Tda2.1 Child and Young Person Development

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TDA 2.1
Child and young person development

TDA 2.1 Child and young person development.
1.1 Describe expected pattern of children and young people’s development from birth to 19 years. Birth to one year
New-born babies can:
* see faces as fuzzy shapes
* grasp an object that has touched the palm of their hand * turn their head to look for a nipple or teat if their cheek is touched * suck and swallow
* try to make stepping movements if they are held upright with their feet on a firm surface * startle in response to a sudden sound or bright light
* stretch their arms suddenly and then bring them in if they feel they are falling * recognise their mother’s voice and smell
* cry when they are hungry, in pain, need feeding, changing or just cuddling. One to three years
By their first birthday, babies can:
* move around, either by crawling or shuffling or some may be standing with support and a small number walking alone * sit up alone and feed themselves, at least with their fingers * use their hands skilfully to move and arrange objects including dropping things on the floor and looking to see where they are * wave ‘bye bye’ and point at things with their fingers * communicate by babbling and saying two syllable words like ‘dada’ * understand the world around them

* know who their main carers are and cry if they are left with someone they do not know. Third birthday
By their third birthday, children can:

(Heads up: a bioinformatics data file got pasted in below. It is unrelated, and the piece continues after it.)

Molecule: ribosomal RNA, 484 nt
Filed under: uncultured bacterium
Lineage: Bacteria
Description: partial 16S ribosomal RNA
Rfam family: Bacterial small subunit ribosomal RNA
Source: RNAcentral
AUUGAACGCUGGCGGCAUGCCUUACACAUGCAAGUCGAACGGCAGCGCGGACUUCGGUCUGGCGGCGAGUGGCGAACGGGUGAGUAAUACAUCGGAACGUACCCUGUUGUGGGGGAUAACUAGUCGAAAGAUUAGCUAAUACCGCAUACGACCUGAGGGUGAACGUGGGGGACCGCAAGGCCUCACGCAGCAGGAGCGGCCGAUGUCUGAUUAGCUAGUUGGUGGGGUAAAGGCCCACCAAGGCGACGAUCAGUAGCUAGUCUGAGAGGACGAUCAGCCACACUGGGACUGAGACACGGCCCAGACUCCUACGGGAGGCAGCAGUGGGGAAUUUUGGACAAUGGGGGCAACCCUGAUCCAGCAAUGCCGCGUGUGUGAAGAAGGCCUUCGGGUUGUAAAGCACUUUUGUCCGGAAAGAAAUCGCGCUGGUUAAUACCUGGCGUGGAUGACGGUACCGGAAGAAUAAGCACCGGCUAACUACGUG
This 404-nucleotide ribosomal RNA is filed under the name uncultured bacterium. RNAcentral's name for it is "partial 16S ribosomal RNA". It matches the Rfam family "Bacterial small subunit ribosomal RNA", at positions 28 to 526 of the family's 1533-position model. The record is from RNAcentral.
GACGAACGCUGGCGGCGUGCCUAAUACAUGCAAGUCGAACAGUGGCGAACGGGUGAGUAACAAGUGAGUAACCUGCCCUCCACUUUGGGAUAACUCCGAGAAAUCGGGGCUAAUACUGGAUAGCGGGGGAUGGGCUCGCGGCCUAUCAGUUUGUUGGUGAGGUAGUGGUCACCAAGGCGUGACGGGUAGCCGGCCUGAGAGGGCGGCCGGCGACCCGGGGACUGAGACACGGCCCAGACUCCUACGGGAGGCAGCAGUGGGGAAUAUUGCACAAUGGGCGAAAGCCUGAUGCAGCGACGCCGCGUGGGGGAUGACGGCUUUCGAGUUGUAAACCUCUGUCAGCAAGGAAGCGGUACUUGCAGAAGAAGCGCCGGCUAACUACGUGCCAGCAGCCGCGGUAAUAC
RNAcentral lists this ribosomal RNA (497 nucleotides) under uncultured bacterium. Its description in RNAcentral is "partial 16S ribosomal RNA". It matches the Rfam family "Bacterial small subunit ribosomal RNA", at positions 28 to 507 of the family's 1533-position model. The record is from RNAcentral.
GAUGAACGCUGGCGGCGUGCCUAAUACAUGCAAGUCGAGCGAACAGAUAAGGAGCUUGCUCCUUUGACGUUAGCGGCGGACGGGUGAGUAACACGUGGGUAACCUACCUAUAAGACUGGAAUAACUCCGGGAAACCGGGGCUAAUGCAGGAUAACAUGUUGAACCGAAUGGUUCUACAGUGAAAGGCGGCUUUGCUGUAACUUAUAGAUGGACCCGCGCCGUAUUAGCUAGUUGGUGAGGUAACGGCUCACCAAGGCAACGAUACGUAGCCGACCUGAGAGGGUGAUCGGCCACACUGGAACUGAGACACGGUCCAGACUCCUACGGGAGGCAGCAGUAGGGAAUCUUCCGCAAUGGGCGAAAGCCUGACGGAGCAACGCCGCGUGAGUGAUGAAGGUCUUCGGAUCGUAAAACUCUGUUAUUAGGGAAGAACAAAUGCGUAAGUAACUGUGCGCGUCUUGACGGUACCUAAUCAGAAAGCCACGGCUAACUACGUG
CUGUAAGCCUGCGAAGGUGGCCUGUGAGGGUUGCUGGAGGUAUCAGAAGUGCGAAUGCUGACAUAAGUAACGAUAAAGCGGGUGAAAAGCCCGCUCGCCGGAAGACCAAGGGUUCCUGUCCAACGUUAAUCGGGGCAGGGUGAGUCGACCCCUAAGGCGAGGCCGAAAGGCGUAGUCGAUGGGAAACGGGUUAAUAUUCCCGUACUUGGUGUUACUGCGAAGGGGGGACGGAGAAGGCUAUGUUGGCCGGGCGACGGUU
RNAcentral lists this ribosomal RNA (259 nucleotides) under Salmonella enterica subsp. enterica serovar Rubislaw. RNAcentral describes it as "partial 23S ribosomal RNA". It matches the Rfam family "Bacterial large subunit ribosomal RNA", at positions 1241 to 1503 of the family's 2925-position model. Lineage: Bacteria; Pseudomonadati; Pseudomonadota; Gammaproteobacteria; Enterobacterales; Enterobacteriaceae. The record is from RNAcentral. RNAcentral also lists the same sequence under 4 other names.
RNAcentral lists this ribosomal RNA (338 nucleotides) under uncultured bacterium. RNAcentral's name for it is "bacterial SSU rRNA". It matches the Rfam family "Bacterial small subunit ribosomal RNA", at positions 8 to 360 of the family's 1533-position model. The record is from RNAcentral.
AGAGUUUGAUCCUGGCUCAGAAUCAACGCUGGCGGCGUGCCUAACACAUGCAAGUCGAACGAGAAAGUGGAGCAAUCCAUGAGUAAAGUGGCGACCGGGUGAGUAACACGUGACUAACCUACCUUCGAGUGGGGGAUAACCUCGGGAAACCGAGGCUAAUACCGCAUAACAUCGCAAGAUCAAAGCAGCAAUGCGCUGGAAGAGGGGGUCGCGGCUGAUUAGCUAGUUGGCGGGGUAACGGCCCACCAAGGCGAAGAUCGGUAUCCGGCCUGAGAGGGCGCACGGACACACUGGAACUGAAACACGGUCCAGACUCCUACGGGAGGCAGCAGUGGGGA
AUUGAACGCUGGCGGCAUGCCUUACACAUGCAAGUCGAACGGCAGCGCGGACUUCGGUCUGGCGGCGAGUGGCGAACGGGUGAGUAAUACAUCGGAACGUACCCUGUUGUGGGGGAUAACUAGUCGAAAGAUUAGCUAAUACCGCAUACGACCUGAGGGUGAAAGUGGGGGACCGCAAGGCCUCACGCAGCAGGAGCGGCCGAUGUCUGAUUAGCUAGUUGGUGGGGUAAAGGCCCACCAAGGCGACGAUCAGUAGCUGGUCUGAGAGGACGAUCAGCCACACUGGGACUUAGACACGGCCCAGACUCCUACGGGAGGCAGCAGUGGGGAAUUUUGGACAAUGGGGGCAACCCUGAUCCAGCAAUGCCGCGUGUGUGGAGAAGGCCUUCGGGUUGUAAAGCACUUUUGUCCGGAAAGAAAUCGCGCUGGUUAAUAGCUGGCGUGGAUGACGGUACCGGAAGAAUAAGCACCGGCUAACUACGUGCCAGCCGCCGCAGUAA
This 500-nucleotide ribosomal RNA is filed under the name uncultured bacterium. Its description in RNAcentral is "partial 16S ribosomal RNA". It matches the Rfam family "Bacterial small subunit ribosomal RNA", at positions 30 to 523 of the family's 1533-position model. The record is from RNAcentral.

* run, climb and pedal a tricycle
* walk upstairs on alternate feet and walk on tiptoe
* use the toilet alone
* talk clearly so anyone can understand them
* tell the difference between boys and girls
* sometimes play co-operatively with other children
* build a tower of nine bricks and build a bridge with bricks * undo buttons and thread beads
* enjoy playing with role play toys and dressing up
* enjoy books
* enjoy painting and may do ‘pretend’ writing
* have fewer temper tantrums (that started when she was about 18 months) * enjoy copying and helping adults
Seventh birthday
By their seventh birthday, children can:
* throw, kick and control a ball, hop and ride a bicycle
* use their hands to thread, use scissors well, build models and write clearly * draw with meaning and detail
* take turns and play co-operatively with friends
* tell jokes and enjoy conversations
* start to understand rules
* be frightened of fictitious things like ghosts
* read and enjoy books
* dress themselves easily
* have a best friend
* worry about not being liked.
Twelfth birthday
By their twelfth birthday, children can:
* solve problems
* enjoy responsibility
* have a keen interest in hobbies
* use good co-ordination skills
* tell you what they are good at
* start to see physical changes in their body
* start to argue with their parents
* Seem very grown up but also very childish at times.
Sixteenth birthday
By their sixteenth birthday a young adult can:
* have an adult body
* have high level of skills in some areas, for example drawing or computing * enjoy their friends’ company more than that of their family * develop their own identity, tastes in music, clothes

* have mood swings
* feel very anxious at times
* be very confident with friends
* Leave school and get married.

1.2 Describe with examples how different aspects of development can affect one another. Development is the gaining of skills in all aspects of the child’s life. The different types of development are often split into four areas: Physical development: this refers to the body increasing in skill and performance and includes: * gross motor development (using large muscles), for example legs and arms * fine motor development (precise use of muscles), for example hands and fingers. Social and emotional...
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